Ramblings from the Rector – 01/05/2024


Welcome to the New Year. In our Church calendar, we turned the page on the new year at the beginning of Advent, when we once again began to prepare to welcome the child Jesus into our hearts, into our lives, and into our worlds. According to the secular calendar, the New Year began on January 1, when we moved from 2023 to 2024.


I think it isn’t an accident that many cultures celebrate the New Year at this time of the year when the days have become as short as they will be, and when winter weather keeps us close to home and hearth. This is the time of year when those who were agriculturally oriented or even hunting-focused had the time to think, to ponder, to plan, to wonder. This is the time when cultures gathered to tell stories, the stories that sustained their communities. For these stories are what held the community together, that helped them to make decisions, and led them even when times were tough. These were the stories that provided the glue for the community.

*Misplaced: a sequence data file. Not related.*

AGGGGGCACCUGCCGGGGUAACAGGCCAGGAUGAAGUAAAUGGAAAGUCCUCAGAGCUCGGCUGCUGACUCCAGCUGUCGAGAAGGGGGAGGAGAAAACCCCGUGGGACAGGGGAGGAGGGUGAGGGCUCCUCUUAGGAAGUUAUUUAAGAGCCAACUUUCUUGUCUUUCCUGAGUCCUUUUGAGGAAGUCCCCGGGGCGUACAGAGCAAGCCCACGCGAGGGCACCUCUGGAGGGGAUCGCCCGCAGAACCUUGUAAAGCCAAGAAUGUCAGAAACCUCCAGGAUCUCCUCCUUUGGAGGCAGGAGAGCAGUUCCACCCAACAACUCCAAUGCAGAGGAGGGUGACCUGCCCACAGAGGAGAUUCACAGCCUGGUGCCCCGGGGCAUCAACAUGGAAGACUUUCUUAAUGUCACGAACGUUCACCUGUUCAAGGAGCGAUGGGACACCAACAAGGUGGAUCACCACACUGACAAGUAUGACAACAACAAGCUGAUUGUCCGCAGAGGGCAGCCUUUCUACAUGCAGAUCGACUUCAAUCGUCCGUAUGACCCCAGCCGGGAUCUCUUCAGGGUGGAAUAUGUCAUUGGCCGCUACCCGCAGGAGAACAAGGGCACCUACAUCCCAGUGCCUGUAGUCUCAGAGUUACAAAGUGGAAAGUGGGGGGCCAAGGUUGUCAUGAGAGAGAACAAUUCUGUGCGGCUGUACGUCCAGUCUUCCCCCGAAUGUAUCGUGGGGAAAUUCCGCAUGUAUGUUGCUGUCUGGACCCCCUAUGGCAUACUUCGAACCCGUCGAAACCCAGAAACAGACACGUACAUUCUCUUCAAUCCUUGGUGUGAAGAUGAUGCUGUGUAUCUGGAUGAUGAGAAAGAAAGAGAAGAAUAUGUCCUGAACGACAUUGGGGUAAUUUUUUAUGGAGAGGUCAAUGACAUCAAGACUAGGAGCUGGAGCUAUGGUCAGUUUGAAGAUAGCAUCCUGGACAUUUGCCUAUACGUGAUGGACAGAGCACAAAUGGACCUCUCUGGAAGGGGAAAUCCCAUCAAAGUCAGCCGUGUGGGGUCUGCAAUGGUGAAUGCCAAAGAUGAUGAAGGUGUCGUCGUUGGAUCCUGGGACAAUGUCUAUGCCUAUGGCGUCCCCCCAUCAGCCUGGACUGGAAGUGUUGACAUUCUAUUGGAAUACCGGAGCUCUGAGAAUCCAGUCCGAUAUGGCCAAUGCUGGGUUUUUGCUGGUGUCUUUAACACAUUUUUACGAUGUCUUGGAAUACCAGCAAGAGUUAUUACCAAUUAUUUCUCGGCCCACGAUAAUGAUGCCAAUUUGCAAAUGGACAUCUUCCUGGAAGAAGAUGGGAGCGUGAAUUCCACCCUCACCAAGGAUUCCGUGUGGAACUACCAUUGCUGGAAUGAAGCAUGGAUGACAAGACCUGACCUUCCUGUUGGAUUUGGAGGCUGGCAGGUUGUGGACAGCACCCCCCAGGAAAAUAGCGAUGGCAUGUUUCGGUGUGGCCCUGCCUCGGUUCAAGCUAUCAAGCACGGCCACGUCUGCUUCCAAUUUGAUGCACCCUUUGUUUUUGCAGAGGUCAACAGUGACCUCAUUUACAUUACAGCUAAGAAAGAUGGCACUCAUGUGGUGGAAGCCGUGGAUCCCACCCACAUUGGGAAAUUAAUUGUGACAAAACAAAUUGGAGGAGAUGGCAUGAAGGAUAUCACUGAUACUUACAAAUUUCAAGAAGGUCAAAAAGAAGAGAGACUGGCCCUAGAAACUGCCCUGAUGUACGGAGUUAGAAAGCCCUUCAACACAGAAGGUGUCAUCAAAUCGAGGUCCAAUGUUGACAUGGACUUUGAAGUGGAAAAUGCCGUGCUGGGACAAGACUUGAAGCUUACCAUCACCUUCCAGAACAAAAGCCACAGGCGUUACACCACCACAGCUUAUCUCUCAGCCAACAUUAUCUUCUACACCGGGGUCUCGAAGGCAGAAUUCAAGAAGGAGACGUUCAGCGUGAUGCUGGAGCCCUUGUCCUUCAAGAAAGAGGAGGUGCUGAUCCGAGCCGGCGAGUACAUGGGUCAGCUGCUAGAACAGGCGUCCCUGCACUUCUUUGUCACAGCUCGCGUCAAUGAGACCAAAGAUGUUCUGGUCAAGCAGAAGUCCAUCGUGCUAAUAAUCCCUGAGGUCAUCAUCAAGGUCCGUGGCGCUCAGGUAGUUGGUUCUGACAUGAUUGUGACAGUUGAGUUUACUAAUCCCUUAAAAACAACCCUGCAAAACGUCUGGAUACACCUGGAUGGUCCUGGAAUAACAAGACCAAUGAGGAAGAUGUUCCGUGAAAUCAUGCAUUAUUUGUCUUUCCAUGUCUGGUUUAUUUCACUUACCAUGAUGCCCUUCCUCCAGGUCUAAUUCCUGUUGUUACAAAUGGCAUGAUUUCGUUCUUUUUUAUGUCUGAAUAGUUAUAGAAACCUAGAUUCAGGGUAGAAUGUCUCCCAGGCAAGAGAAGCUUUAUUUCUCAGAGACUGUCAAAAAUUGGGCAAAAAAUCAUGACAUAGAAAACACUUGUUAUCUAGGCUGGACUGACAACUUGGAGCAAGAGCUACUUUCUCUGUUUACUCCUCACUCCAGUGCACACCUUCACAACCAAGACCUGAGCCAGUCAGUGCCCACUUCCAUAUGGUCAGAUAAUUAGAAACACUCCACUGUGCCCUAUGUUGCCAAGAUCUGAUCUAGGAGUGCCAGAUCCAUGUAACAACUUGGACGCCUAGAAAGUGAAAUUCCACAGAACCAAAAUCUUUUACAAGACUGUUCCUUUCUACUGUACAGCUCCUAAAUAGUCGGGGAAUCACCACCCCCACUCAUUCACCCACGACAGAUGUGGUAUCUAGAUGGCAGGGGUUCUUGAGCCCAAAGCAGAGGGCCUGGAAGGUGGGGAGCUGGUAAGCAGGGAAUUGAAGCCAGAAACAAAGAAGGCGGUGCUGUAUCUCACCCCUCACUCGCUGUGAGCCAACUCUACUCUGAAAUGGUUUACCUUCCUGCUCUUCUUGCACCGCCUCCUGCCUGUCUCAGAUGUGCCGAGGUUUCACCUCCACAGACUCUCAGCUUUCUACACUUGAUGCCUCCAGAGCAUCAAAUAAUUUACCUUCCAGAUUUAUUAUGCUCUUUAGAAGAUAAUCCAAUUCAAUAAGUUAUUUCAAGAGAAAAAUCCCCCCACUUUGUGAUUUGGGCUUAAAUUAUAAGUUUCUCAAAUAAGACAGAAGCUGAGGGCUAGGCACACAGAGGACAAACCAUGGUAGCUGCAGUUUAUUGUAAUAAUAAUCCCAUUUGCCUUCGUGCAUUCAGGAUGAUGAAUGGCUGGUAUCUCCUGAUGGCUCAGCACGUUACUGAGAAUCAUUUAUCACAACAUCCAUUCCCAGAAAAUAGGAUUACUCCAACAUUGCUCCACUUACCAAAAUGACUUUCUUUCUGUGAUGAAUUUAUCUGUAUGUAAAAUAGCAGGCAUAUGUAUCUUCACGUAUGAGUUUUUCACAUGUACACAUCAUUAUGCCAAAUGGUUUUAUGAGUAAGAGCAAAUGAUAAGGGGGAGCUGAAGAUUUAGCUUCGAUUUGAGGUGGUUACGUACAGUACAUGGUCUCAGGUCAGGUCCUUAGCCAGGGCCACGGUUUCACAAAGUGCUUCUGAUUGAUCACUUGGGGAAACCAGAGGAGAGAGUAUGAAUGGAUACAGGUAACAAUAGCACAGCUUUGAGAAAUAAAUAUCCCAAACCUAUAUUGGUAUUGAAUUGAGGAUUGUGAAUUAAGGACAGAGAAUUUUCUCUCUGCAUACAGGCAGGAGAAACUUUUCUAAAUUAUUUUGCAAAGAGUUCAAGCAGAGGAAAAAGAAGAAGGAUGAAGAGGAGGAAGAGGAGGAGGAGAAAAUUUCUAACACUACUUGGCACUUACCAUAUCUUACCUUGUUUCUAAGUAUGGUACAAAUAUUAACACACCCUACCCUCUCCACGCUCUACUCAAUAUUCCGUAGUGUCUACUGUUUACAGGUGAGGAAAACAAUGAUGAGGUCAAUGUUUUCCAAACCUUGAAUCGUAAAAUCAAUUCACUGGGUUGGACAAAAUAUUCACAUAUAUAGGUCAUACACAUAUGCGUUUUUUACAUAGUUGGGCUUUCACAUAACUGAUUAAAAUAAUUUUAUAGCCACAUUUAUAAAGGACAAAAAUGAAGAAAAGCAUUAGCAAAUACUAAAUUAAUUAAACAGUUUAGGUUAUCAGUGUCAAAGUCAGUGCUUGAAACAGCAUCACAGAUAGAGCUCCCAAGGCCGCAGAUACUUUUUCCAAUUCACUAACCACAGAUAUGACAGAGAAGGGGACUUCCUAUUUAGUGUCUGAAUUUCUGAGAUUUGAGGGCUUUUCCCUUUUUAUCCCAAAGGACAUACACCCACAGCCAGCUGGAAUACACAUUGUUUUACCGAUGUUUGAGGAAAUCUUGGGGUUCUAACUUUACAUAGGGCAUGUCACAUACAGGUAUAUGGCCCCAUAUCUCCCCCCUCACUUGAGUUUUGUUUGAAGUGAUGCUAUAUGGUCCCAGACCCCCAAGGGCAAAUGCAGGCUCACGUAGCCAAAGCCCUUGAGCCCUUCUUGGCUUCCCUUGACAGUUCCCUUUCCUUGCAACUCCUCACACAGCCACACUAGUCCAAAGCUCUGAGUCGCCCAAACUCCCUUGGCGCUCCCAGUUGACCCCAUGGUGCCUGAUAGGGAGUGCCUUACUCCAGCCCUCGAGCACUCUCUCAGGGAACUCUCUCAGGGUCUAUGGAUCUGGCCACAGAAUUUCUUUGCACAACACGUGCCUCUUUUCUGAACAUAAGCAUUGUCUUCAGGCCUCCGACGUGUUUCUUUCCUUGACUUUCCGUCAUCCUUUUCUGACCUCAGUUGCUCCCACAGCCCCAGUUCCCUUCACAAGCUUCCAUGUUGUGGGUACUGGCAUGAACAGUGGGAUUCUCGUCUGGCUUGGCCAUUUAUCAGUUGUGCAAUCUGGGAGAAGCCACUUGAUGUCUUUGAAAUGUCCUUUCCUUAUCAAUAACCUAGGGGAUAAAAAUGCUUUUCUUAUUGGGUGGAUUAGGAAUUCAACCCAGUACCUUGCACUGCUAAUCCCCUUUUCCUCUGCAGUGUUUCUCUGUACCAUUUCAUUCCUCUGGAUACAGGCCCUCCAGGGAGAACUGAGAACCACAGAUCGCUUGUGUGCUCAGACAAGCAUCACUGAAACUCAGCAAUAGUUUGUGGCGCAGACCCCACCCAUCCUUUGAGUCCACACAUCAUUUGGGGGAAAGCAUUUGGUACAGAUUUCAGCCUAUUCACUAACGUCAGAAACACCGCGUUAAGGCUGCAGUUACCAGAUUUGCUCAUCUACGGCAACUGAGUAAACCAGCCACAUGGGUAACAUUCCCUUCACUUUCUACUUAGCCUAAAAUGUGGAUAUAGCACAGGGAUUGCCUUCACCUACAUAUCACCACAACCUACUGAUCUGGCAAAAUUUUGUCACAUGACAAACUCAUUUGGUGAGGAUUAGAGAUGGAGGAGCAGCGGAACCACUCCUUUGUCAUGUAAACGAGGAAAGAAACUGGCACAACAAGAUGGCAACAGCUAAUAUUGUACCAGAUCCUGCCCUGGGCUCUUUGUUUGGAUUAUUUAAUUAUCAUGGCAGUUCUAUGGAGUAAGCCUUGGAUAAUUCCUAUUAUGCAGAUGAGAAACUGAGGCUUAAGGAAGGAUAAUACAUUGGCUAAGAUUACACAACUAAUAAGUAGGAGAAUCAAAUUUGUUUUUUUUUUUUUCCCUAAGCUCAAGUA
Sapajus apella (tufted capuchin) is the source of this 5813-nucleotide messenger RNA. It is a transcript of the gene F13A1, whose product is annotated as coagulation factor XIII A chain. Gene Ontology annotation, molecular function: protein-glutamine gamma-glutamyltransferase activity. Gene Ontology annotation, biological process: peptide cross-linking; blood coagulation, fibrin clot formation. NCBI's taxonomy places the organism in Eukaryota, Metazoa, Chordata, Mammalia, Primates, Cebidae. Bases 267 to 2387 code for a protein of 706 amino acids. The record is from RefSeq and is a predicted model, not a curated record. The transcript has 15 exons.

Unfortunately, in our country right now, we are seeing what happens when a larger community does not have a unifying story. When there are competing narratives, groups of people are not able to work together for the common good, or sometimes, even define what might be the common good.


In her book, Who Do We Choose to Be: Facing Reality, Claiming Leadership, Restoring Sanity, Margaret Wheatley says, “Given the depths of what stories can reveal, stories circulating in an organization or community have more critical information than any data set or analytics can ever illuminate as leaders. It is a critical skill to be aware of your organization’s stories. And once they are visible to you, what do you do next? You create the conditions for people to consciously choose which story they want to live into.” (207)


We all live into some story or stories, narratives that make sense of our world and shape how we respond. The critical question is which story or stories will we live into. Jesus invites us to live in the story, the narrative of the People of God, which contradicts many of the stories in our culture. It is a narrative where all people are equal, respected, and loved. It is a story where everyone has enough to not only survive but thrive. It is a story where we are called to act not just in our own interest, but in the interest of others and of the larger community. It is not the predominant story circulating in our culture today.


But we always have a choice to decide which story we are going to live in.


What story will you choose in this New Year?